Department of Electrical and
Computer Engineering

EEC 641 / 741

Multivariable Control

**Homework Assignments**

**Chapter 1**

1. For
the inverted pendulum system, we designed a closed loop controller under the assumption
that the cart mass was 1 kg. Find out the largest percentage by which the cart
mass can increase before the closed loop system becomes unstable (answer to the
nearest 1%).

2. For
the inverted pendulum system, we designed a closed loop controller under the
assumption that the pendulum mass was 0.2 kg. Suppose that the pendulum track
extends from *y* = -5 to
+5 m, so if |*y*| > 5 then our
system fails. Find out the largest percentage by which the pendulum mass can
increase before the system fails to meet the performance requirements (answer
to the nearest 1%).

3. The
hovering rocket overshoots the target altitude by about 0.7 m. Find out by what
percentage the thrust coefficient can increase before the rocket overshoots the
target altitude by 5 m (answer to the nearest 0.1%).

4. HW01.doc

5. A
measure of “how controllable” a system is can be given by the condition number
of the controllability matrix. The smaller the condition number, the more
controllable the system is. What is the condition number of the controllability
matrix for the inverted pendulum problem? What is the condition number if the
pendulum is only half as long?

6. Sometimes when a simulation “blows up” it just means that the simulation step size is too large. Find the largest value of the simulation step size that gives good results for the inverted pendulum simulation (answer to the nearest 0.01 s).

**Chapter 2**

1. A series RC circuit can be modeled as u(t) = v(t) + RC v’(t), where u(t) is the input (the applied voltage), v(t) is the output (the voltage across the capacitor), and v’(t) is the derivative of v(t). Assume that RC = 1.

a. Derive the transfer function of the system.

b. Find analytical expressions for the gain and phase of the system.

c. Generate the bode plot (you can use Matlab’s “bode” function). What is the gain and phase of the frequency response at 1 rad/s?

d. Generate
the response of the system to the input u(t) = sin(t) (you can use Matlab’s
“lsim” function). Plot the input and output on the same graph. Verify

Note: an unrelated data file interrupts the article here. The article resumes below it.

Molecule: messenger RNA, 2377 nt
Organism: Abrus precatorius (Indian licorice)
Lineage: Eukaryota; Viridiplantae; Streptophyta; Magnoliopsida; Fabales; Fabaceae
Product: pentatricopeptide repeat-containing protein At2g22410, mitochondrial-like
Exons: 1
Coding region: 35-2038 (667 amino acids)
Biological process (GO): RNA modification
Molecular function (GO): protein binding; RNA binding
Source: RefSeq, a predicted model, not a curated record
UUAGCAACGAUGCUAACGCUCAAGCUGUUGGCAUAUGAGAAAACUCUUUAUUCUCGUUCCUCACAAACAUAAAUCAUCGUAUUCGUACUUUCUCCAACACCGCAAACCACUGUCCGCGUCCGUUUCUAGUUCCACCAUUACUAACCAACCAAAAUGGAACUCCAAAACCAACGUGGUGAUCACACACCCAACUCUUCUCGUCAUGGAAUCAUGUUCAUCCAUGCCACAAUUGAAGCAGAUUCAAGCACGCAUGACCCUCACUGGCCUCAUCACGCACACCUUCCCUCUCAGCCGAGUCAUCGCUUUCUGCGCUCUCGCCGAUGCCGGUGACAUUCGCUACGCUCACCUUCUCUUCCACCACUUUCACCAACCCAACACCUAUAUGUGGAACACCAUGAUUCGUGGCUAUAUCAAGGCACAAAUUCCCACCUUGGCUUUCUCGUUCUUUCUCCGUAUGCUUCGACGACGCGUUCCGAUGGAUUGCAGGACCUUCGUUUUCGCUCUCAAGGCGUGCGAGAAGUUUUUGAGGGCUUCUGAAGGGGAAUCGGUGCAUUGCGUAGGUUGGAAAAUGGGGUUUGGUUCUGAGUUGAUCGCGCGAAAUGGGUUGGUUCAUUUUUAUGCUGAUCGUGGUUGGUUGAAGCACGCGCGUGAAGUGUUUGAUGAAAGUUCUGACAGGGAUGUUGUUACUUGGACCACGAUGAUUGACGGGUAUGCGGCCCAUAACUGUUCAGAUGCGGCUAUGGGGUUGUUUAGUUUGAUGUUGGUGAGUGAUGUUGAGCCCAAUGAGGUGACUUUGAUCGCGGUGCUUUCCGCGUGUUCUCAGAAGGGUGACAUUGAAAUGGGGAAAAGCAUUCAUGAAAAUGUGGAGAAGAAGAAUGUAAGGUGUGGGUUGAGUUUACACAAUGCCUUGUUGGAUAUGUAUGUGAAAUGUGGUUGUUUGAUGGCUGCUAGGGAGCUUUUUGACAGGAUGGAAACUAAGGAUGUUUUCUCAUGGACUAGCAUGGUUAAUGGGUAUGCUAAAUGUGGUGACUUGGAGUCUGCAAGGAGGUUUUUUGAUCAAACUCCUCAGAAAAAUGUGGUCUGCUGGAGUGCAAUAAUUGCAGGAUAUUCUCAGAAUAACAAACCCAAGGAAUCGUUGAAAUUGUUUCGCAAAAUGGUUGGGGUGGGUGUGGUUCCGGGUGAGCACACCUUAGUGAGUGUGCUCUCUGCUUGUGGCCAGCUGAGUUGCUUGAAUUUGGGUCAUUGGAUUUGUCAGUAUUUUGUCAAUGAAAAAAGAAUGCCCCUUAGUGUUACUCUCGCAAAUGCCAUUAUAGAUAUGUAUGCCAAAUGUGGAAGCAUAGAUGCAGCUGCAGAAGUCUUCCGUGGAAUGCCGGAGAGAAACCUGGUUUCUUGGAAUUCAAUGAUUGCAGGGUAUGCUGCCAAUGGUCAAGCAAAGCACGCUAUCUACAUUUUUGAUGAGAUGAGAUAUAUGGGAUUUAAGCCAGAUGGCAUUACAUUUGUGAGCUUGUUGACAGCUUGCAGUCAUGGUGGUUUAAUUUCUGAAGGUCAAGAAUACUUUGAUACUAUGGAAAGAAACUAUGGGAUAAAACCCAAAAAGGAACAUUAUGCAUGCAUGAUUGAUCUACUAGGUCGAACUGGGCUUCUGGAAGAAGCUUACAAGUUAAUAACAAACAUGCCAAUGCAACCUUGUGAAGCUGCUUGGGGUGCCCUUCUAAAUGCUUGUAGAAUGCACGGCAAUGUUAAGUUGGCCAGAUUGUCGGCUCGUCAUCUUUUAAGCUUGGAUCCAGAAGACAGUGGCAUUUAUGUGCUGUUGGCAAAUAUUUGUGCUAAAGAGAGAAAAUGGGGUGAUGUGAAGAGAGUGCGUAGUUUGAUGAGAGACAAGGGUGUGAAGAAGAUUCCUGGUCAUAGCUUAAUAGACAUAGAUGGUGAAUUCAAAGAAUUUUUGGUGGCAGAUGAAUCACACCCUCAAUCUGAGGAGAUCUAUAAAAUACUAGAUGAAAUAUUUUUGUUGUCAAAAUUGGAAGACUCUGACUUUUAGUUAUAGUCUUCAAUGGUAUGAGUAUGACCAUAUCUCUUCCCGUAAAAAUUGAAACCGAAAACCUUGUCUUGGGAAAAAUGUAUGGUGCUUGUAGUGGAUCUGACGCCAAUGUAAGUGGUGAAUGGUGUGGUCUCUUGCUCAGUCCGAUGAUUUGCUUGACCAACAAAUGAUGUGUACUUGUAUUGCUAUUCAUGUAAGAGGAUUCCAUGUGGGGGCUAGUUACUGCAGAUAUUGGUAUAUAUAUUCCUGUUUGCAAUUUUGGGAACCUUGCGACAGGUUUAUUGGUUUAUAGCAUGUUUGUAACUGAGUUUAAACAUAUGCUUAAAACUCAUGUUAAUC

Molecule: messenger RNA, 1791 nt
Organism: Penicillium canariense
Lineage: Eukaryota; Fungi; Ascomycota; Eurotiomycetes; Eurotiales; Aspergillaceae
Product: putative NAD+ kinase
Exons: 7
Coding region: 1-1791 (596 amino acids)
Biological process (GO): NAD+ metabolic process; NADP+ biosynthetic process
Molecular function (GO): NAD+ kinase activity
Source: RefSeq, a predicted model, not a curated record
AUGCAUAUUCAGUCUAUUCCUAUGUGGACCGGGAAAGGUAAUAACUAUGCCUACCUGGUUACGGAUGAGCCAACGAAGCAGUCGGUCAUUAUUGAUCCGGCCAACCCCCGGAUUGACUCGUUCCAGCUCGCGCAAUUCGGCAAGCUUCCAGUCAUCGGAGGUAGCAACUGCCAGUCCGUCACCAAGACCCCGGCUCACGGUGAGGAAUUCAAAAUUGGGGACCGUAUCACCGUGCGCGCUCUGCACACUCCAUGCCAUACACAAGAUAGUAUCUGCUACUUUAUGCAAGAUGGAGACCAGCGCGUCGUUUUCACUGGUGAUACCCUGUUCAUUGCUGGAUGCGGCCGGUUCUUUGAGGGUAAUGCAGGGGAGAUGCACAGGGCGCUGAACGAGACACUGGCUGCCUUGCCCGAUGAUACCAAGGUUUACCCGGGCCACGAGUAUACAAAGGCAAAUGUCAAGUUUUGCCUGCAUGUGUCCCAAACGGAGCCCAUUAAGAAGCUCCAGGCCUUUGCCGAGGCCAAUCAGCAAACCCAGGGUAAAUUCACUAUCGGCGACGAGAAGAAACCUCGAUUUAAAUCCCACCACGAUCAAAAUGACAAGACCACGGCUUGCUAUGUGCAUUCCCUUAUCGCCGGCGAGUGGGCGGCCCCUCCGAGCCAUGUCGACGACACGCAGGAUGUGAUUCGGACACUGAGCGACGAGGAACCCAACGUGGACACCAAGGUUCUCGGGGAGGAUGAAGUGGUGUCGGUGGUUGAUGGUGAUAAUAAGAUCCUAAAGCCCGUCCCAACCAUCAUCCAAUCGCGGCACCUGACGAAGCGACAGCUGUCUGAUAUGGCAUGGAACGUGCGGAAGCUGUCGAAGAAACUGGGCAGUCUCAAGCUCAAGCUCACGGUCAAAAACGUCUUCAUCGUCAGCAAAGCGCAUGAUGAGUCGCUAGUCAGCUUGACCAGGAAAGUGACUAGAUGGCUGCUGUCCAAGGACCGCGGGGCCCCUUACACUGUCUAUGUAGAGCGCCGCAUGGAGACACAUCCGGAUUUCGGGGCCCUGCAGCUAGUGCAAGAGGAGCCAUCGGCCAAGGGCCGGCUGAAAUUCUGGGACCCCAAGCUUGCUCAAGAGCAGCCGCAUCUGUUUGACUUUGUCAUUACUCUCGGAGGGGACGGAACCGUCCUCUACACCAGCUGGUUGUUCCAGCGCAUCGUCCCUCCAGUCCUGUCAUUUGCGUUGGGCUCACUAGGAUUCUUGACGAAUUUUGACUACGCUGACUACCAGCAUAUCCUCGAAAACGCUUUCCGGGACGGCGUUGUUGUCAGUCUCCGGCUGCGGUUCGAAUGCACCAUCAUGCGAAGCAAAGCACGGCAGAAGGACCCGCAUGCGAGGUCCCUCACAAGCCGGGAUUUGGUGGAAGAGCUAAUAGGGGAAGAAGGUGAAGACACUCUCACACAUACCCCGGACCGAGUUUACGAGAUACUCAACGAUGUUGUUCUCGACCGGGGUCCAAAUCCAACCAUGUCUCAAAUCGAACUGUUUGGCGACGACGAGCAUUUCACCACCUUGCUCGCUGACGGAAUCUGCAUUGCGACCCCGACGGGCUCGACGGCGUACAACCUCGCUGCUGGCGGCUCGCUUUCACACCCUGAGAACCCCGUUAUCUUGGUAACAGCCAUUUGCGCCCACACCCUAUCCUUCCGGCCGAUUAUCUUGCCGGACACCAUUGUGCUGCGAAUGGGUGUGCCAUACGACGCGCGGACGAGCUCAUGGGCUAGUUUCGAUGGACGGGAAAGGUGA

graphically that the output magnitude is equal to the input magnitude
multiplied by the gain, and that the output phase is equal to the input phase
added to the phase of the frequency response.

2. You are given a system with transfer function G(s) = 10 / s / (1 + 0.2s) / (1 + 0.02s) controlled with a single DOF controller K = 1.

a. Use Matlab’s “margin” function to compute the gain margin and phase margin.

b. Use Matlab’s “nyquist” function to generate the Nyquist plot. Use the Nyquist plot to graphically determine the gain and phase margins.

c. Compute the gain margin and phase margin bounds given in Section 2.4.3 and compare them to the true gain margin and phase margin. (You can use Matlab’s “norm” function to compute the bounds. Note that you may need to cancel out the common poles and zeros of a transfer function, using Matlab’s “minreal” function, before you can compute its norm.)

d. Compare
omega_b and omega_c, as defined in Section 2.4.5.

3. Consider the linearized inverted pendulum: G(s) = (s^2 – 9.81) / s / (s – 3.42) / (s + 3.44) / (s + 0.08) with negative unity feedback

a. What is the gain margin and phase margin of the closed loop system according to Matlab’s “margin” command? Why is this not reliable?

b. Generate
the Nyquist plot for this system. How can you tell from the Nyquist plot that
the closed loop system is unstable?

4. Consider the transfer function G(s) = (s + 1) / (s + 10)^2.

a. Analytically (using pencil and paper) compute the infinity norm of G(s).

b. Use
Matlab’s “norm” function to compute the infinity norm of G(s).

5. Consider the linearized hovering rocket model: G(s) = 0.0313 (s + 0.0016) / s / (s - 0.00079) / (s + 0.0024).

a. Use Matlab’s “mixsyn” function to minimize the weighted infinity norm with M = 1.5, wb = 1, A = 1e-4, wT = 0, and wu = 1. Plot the control and the output response (for 25 seconds) to a step input.